Iron Age landscape changes in the Benoué River Valley, Cameroon

David K. Wright, Scott Maceachern, Stanley H. Ambrose, Jungyu Choi, Jeong-heon Choi, Carol Lang, Hong Wang

Research output: Contribution to journalArticlepeer-review


The introduction of agriculture is known to have profoundly affected the ecological complexion of landscapes. In this study, a rapid transition from C3 to C4 vegetation is inferred from a shift to higher stable carbon ( 13C/ 12C) isotope ratios of soils and sediments in the Benoué River Valley and upland Fali Mountains in northern Cameroon. Landscape change is viewed from the perspective of two settlement mounds and adjacent floodplains, as well as a rock terrace agricultural field dating from 1100 cal yr BP to the recent past (<400 cal yr BP). Nitrogen ( 15N/ 14N) isotope ratios and soil micromorphology demonstrate variable uses of land adjacent to the mound sites. These results indicate that Early Iron Age settlement practices involved exploitation of C3 plants on soils with low δ 15N values, indicating wetter soils. Conversely, from the Late Iron Age (>700 cal yr BP) until recent times, high soil and sediment δ 13C and δ 15N values reflect more C4 biomass and anthropogenic organic matter in open, dry environments. The results suggest that Iron Age settlement practices profoundly changed landscapes in this part of West Africa through land clearance and/or utilization of C4 plants.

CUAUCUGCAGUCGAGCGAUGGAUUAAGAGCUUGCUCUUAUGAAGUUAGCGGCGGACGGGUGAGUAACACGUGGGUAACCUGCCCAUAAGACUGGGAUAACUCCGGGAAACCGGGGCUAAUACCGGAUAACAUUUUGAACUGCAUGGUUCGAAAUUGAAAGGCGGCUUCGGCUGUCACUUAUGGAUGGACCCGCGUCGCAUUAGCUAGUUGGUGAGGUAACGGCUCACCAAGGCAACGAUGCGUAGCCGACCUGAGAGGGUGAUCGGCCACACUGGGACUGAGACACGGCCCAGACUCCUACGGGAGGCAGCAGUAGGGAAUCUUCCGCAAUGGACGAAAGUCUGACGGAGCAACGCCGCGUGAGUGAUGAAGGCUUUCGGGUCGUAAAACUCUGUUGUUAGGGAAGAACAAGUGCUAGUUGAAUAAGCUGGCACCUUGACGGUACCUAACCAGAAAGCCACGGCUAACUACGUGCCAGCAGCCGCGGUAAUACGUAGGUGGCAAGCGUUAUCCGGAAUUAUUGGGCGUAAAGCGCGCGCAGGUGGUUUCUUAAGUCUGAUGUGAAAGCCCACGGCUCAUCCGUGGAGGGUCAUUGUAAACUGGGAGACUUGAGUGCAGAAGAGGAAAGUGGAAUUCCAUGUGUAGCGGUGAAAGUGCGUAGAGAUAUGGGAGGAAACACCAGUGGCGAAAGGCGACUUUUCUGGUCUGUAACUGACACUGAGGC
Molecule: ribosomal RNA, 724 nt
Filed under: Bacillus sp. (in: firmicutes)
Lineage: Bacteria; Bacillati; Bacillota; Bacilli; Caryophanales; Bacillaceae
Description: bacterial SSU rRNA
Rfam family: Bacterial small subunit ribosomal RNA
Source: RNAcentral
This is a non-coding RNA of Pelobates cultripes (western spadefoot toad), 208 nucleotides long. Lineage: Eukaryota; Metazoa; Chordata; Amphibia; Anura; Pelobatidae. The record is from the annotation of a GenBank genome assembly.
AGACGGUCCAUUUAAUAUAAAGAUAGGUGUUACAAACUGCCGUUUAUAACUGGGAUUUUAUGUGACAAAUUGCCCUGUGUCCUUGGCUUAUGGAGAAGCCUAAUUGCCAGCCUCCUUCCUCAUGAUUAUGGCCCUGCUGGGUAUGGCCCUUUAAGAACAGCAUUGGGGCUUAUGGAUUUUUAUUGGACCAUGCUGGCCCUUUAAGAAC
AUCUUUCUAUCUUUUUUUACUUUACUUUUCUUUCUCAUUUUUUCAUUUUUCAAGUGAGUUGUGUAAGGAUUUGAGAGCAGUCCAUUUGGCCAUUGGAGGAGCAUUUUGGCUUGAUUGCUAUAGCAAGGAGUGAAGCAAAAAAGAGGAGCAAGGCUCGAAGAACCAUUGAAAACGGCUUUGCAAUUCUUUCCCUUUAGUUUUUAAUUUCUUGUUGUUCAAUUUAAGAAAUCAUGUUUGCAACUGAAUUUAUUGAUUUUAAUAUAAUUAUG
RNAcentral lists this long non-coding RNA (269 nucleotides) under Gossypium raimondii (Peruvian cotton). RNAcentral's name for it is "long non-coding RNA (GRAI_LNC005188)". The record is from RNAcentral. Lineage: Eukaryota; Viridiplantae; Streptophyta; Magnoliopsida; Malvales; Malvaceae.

Original languageEnglish (US)
Pages (from-to)323-339
Number of pages17
JournalQuaternary Research
Issue number2
Early online dateJun 28 2019
StatePublished - Sep 1 2019


  • Holocene
  • Savanna
  • West Africa
  • agriculture
  • anthropogenic soils
  • niche construction
  • soil carbon
  • nitrogen isotopes
  • Nitrogen isotopes
  • Anthropogenic soils
  • Niche construction
  • Agriculture
  • Soil carbon

ASJC Scopus subject areas

  • Earth-Surface Processes
  • Arts and Humanities (miscellaneous)
  • Earth and Planetary Sciences(all)


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